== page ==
Goring’s longing for action found its fulfilment in the Nazi movement. Ruthless, energetic and extremely egotistical, Goring nevertheless fell completely under Hitler’s spell from the very start. Loyalty and faithfulness were for him the highest virtues. Like Röhm, Goring too regarded politics as warfare, a form of armed combat in which neither justice nor morality had a part to play; the strong won, the weak perished, the law was a mass of ‘legalistic’ rules that were there to be broken if the need arose. For Goring, the end always justified the means, and the end was always what he conceived of as the national interest of Germany, which he considered had been betrayed by Jews, democrats and revolutionaries in 1918. Goring’s aristocratic connections, his chiselled good looks, his cosmopolitan mastery of French, Italian and Swedish, and his reputation as a chivalrous fighter-pilot persuaded many that he was a moderate, a diplomatist even; Hindenburg and many like him thought of Goring as the acceptable face of Nazism, an authoritarian conservative like themselves. The appearance was deceptive; he was as ruthless, as violent and as extreme as any of the leading Nazis. These varying qualities, allied to the rapidly growing abnegation of his will before Hitler’s, made him the ideal choice as the new leader of the stormtroopers in place of Röhm early in 1923.67

With Goring in charge, the stormtroopers could now be expected to toe the Nazi line again. Preparations went ahead, in conjunction with the wider paramilitary movement, which Röhm steered as far as he was able, for a rising throughout the spring and early summer of 1923. The crisis finally came when the Reich government in Berlin was forced to resign on 13 August. Its successor, a broad coalition that included the Social Democrats, was led by Gustav Stresemann, a right-wing liberal nationalist who over the coming years was to prove himself the Republic’s most skilled, most subtle and most realistic politician. Stresemann realized that the campaign of passive resistance to the French occupation of the Ruhr had to be ended, and the galloping hyperinflation brought under control. He instituted a policy of ‘fulfilment’, in which Germany would fulfil the terms of the Peace Settlement, including the payment of reparations, while lobbying behind the scenes for them to be changed. His policy met with notable success during the next six years, during which he held the position of Reich Foreign Minister. But to the extreme nationalists it was nothing more than national betrayal. Realizing that they were now likely to stage an uprising, the Bavarian government appointed Kahr as a General State Commissioner with full powers to maintain order. Backed by Lossow and the police chief, Hans Ritter von Seisser, Kahr banned a series of meetings planned by the Nazis for 27 September while they pursued their own plans for the overthrow of the government in Berlin: Pressure mounted on all sides for action; amongst the rank-and-file of the paramilitaries, as Hitler was repeatedly warned, it was becoming almost irresistible.68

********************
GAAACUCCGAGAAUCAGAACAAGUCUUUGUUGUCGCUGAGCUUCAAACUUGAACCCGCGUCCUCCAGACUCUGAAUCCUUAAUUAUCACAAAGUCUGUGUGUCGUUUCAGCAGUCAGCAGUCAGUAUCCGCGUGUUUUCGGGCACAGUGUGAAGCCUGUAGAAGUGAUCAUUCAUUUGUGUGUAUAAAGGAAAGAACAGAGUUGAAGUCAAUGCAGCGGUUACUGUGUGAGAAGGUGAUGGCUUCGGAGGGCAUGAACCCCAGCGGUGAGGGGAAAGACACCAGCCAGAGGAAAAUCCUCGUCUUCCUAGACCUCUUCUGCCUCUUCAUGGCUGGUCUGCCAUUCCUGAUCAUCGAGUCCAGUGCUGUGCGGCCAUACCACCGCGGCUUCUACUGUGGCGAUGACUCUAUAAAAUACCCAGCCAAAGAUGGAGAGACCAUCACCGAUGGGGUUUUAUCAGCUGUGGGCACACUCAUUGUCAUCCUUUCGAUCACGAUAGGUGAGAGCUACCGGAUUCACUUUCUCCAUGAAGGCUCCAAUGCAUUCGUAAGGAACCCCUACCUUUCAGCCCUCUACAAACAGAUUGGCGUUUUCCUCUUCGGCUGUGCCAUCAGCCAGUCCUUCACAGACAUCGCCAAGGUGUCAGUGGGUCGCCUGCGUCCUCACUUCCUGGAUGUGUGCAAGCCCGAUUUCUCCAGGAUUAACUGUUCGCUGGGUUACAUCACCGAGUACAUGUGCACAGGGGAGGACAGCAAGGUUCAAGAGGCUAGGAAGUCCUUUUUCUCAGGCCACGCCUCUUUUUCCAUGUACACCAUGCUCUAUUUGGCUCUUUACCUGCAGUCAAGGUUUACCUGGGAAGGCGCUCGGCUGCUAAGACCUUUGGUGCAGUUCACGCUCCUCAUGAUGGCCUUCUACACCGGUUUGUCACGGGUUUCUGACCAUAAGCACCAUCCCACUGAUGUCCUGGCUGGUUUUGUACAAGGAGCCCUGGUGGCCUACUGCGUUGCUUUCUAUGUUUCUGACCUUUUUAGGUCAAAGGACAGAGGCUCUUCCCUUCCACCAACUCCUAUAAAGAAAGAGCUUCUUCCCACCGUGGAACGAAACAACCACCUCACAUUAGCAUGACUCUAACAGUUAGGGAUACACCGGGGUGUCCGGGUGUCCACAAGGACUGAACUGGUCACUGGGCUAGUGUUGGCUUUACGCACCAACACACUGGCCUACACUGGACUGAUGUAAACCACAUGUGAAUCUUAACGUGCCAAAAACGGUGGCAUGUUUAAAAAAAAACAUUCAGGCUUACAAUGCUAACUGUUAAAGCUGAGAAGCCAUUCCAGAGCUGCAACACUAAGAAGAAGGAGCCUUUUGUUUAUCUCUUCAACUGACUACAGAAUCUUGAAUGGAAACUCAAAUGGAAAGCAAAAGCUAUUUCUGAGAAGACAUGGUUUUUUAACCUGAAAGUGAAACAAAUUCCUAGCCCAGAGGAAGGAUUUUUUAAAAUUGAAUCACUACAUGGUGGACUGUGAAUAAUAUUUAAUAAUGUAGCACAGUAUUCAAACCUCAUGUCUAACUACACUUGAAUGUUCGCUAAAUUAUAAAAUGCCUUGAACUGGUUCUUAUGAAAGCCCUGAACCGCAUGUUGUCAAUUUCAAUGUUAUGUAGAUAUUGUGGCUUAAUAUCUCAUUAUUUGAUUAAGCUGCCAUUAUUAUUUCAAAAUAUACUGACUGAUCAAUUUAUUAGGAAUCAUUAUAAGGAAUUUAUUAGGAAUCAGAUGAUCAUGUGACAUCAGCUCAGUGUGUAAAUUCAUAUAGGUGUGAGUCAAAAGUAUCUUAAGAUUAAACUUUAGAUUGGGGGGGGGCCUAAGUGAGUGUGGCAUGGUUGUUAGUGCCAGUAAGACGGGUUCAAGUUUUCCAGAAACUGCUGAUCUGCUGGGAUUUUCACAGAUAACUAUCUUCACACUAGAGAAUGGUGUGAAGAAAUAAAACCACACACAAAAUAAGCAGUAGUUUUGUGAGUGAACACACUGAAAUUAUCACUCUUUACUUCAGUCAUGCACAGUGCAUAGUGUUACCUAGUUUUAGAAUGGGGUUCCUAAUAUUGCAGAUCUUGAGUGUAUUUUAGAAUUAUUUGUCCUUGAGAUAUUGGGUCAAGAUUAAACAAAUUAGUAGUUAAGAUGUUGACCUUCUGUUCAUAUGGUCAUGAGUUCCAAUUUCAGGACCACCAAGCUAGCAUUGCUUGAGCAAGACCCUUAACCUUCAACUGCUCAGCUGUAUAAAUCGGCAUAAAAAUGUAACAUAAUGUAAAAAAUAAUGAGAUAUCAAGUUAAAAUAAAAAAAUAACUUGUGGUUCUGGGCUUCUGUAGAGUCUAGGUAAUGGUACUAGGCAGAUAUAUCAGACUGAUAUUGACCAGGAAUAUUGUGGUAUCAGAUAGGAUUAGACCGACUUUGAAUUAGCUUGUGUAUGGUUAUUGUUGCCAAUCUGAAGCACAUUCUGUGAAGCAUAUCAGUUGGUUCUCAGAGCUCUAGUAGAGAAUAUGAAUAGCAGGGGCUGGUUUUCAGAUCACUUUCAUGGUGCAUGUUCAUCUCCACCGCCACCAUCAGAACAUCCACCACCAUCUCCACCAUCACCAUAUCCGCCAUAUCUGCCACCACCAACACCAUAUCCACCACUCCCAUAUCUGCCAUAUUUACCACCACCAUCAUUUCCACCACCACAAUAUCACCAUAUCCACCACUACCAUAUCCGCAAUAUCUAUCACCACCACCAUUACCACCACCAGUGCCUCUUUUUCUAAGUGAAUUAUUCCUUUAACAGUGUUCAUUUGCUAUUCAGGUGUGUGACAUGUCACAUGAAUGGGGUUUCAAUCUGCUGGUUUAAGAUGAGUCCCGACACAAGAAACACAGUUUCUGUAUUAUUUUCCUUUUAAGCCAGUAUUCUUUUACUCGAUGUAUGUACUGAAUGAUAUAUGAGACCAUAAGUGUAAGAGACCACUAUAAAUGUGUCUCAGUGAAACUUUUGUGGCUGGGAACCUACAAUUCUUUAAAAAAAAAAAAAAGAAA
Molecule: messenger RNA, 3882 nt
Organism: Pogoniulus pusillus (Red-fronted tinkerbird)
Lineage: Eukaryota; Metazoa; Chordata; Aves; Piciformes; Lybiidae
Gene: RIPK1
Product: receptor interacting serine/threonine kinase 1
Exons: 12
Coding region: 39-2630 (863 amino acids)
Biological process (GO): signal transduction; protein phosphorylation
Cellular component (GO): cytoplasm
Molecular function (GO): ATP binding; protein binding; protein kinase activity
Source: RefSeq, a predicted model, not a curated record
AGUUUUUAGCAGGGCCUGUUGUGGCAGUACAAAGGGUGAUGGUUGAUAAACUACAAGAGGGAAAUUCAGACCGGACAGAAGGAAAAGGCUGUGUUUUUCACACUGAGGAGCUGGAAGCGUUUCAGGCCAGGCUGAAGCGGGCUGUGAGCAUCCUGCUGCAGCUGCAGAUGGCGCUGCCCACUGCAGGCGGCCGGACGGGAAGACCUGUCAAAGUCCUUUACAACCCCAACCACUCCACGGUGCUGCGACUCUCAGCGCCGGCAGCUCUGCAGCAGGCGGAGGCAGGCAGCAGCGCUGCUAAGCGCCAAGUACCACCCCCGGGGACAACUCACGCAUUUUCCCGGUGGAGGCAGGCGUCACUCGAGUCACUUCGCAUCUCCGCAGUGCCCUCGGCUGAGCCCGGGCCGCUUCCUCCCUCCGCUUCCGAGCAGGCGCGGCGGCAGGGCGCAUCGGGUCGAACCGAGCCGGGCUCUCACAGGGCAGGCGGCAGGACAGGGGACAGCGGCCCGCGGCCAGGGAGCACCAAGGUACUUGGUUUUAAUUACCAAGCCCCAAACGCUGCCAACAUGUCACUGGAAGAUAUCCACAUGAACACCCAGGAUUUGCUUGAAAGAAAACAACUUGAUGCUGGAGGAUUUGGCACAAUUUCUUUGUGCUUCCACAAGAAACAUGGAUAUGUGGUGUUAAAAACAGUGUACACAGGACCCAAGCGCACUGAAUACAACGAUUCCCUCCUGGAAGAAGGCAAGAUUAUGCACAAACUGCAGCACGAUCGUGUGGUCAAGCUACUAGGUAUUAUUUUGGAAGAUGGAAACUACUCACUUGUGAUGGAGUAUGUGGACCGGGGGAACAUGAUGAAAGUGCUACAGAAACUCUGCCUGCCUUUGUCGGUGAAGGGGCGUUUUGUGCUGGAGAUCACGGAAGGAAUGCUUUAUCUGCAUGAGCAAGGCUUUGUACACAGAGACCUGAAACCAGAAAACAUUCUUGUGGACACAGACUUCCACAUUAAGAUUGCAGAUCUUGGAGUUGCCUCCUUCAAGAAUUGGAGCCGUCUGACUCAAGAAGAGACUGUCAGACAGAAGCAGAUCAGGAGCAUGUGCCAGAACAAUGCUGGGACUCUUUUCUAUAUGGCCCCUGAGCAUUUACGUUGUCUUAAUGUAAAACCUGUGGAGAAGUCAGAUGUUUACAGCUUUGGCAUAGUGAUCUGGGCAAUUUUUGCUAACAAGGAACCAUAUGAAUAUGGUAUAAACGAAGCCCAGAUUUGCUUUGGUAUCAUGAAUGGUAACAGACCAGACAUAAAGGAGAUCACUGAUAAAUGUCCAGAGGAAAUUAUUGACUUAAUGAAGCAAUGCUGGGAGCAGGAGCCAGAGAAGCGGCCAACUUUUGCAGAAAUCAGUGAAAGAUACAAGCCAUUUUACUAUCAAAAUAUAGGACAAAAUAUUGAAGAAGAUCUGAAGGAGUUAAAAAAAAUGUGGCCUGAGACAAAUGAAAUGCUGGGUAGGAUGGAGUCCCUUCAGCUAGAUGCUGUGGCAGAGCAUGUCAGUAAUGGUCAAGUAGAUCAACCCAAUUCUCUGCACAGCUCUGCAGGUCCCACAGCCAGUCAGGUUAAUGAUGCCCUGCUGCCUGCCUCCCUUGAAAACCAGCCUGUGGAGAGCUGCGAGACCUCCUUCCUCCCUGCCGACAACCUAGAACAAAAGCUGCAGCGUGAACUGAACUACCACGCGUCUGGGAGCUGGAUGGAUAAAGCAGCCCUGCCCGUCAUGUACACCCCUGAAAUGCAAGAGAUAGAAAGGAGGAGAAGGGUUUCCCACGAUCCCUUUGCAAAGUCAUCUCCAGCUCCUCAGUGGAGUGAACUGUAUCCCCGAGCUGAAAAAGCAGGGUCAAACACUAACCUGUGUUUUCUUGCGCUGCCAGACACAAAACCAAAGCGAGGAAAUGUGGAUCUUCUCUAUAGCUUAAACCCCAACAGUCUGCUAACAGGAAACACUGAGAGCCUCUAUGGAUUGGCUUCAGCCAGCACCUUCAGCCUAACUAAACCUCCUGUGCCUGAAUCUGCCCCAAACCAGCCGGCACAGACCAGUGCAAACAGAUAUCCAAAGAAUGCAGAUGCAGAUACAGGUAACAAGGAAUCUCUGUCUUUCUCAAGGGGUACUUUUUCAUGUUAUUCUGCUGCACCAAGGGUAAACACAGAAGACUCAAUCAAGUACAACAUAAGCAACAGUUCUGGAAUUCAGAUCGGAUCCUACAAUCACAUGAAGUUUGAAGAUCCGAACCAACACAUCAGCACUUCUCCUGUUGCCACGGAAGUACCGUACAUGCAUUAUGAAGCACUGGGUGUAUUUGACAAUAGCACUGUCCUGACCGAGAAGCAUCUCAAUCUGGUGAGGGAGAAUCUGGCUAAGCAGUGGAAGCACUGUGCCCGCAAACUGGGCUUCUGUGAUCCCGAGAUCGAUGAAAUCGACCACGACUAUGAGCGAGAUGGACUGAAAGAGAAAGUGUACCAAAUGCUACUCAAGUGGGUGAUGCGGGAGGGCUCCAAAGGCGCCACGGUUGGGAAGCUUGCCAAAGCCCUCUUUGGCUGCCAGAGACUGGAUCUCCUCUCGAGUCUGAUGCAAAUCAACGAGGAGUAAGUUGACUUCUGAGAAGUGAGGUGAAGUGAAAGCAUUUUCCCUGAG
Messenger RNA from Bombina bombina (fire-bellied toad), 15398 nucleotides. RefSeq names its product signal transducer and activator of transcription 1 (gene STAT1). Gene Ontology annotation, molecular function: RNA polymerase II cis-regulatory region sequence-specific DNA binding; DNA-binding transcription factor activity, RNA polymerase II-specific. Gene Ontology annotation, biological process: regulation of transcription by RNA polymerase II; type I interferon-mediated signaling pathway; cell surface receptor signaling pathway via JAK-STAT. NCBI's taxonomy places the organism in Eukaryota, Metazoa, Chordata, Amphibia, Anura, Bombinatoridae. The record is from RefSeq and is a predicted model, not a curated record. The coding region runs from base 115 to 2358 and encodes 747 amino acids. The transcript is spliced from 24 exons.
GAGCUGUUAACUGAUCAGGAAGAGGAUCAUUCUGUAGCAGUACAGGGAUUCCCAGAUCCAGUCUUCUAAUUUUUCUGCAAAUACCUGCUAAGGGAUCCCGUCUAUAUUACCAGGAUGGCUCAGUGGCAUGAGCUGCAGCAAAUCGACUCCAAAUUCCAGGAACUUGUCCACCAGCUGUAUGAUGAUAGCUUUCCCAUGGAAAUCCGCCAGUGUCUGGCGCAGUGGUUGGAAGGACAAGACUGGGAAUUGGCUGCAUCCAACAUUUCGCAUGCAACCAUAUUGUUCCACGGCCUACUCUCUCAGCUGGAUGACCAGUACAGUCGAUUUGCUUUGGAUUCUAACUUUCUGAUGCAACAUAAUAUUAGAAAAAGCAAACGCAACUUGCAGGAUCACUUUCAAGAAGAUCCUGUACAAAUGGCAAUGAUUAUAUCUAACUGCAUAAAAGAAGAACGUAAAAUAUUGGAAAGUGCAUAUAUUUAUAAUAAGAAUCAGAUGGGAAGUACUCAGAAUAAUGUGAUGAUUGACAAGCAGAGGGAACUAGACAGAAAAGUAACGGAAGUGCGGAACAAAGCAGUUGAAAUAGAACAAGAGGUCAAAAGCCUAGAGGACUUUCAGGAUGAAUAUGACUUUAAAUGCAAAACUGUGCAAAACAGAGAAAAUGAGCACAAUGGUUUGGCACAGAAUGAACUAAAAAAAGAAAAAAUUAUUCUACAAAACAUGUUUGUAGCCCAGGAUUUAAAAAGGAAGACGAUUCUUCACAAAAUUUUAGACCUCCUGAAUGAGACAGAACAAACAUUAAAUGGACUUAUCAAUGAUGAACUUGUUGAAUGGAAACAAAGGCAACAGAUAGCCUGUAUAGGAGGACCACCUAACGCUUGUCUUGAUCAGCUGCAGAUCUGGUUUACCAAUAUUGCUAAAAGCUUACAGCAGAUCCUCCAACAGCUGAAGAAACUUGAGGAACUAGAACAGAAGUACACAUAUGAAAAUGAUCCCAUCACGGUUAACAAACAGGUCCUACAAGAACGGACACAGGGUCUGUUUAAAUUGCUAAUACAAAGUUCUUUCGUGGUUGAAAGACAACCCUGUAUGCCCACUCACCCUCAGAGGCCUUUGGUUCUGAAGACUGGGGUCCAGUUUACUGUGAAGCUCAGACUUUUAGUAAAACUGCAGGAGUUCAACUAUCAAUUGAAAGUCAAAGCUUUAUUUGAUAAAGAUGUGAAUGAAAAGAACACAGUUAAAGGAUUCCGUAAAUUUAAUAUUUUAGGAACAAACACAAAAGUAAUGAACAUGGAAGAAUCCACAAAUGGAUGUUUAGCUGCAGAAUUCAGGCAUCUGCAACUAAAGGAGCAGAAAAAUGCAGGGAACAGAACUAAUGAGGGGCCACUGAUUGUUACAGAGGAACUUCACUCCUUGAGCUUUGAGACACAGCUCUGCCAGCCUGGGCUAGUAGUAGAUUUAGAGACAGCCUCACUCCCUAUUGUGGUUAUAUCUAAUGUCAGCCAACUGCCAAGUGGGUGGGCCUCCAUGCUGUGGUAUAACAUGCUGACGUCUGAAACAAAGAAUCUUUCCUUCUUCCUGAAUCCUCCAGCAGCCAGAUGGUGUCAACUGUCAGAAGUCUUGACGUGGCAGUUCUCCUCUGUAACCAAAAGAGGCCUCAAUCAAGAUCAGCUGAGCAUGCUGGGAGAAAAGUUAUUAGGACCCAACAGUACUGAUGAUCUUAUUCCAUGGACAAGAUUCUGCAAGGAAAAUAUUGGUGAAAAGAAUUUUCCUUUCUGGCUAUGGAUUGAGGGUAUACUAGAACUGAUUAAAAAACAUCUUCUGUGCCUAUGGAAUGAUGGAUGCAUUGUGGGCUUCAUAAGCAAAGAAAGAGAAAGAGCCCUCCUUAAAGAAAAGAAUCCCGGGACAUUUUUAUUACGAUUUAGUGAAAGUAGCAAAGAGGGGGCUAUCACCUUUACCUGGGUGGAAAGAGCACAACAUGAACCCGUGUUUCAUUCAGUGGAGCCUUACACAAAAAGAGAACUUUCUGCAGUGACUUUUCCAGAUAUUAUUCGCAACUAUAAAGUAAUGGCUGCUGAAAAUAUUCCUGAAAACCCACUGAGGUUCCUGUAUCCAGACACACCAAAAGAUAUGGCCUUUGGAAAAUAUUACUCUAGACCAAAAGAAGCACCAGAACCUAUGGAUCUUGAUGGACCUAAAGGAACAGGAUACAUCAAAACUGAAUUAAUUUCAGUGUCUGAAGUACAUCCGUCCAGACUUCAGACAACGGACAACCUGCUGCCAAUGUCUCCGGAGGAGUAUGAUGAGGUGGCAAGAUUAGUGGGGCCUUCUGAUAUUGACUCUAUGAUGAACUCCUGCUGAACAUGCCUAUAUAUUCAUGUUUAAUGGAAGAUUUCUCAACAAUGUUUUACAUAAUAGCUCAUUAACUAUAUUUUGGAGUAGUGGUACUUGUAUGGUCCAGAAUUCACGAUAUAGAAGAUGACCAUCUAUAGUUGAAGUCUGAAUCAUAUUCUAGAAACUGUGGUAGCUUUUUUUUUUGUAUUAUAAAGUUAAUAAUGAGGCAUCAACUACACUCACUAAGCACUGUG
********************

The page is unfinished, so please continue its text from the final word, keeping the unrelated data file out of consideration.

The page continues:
In Berlin, the army leader General Hans von Seeckt refused to go along with the plans of Lossow, Seisser and Kahr. He preferred to remove Stresemann’s government by backstairs intrigue, which indeed he eventually did, though it was succeeded by another coalition in which Stresemann remained Foreign Minister. Feverish negotiations in Munich failed to produce any unity between the Bavarian army under Lossow, the police under Seisser, and the paramilitaries, whose political representative was of course Hitler. Aware that he would lose the support of the paramilitaries if he dithered any longer, and worried that Kahr was himself considering action, Hitler, now backed by Ludendorff, decided on a putsch. The Bavarian government would be arrested, and Kahr and his allies would be forced to join with the paramilitaries in a march on Berlin. The date for the putsch was set, more under the pressure of events than by any search for a symbolic date, for 9 November, the anniversary of the outbreak of the Revolution of 1918 that had overthrown the Kaiser’s regime. On the evening of 8 November, Hitler and a body of heavily armed stormtroopers broke into a meeting addressed by Kahr in the Bürgerbräukeller, a beer-cellar just outside the centre of Munich. Hitler ordered one of his men to fire a pistol-shot into the ceiling to silence the crowd, then announced that the hall was surrounded. The Bavarian government, he declared, was deposed. While Goring calmed the audience, Hitler took Kahr, Lossow and Seisser into an adjoining room and explained that he would march on Berlin, installing himself at the head of a new Reich government; Ludendorff would take over the national army. They would be rewarded for their support with important positions themselves. Returning to speak to the crowd, Hitler won them over with a dramatic plea for backing in what he called his action against ‘the November criminals of 1918’. Kahr and his companions had no option but to return to the podium and, joined now by Ludendorff, declare their support.69

But translating histrionic demonstrations into political power was not so easy. The Nazis’ plans for a putsch were half-baked. Röhm occupied the army headquarters in Munich, and Nazi units also took over the police headquarters, but other buildings including, crucially, the army barracks, remained in government hands, and while Hitler went into the city to try and sort things out, Ludendorff released Kahr and the other prisoners, who promptly backtracked on their enforced compliance with the plot and immediately got in touch with the army, the police and the media to repudiate Hitler’s actions. Back in the beer-cellar, Hitler and Ludendorff decided to march on the city centre. They gathered about two thousand armed supporters, each of whom had been paid 2 billion marks (worth just over three dollars on this particular day) from a hoard of more than 14,000 billion marks ‘confiscated’ from two supposedly Jewish banknote printers in raids carried out by brownshirt squads on Hitler’s orders. The column set off at midday on9November and, encouraged by the cheers of their supporters, they marched through the centre of the city in the direction of the Ministry of War. At the end of the street they were met by an armed cordon of police. According to the official report, they pressed pistols with their safety catches off against the policemen’s chests, spat on them and pointed fixed bayonets in their direction. Then someone on one side or the other - there were conflicting claims - fired a shot. For half a minute the air was filled with whizzing bullets as both sides let fly. Goring fell, shot in the leg; Hitler dropped, or was pushed, to the ground, dislocating his shoulder. Scheubner-Richter, Hitler’s diplomat friend and connection to patrons in high places, was killed outright. Altogether, fourteen marchers were shot dead, and four policemen. As the police moved in to arrest Ludendorff, Streicher, Röhm and many others, Goring managed to get away, fleeing first to Austria, then Italy, before settling in Sweden, becoming addicted in the process to the morphine he took to relieve the pain of his wound. Hitler was taken off, his arm in a sling, to Hanfstaengl’s country house, where he was arrested on 11 November. The putsch had come to an ignominious end.70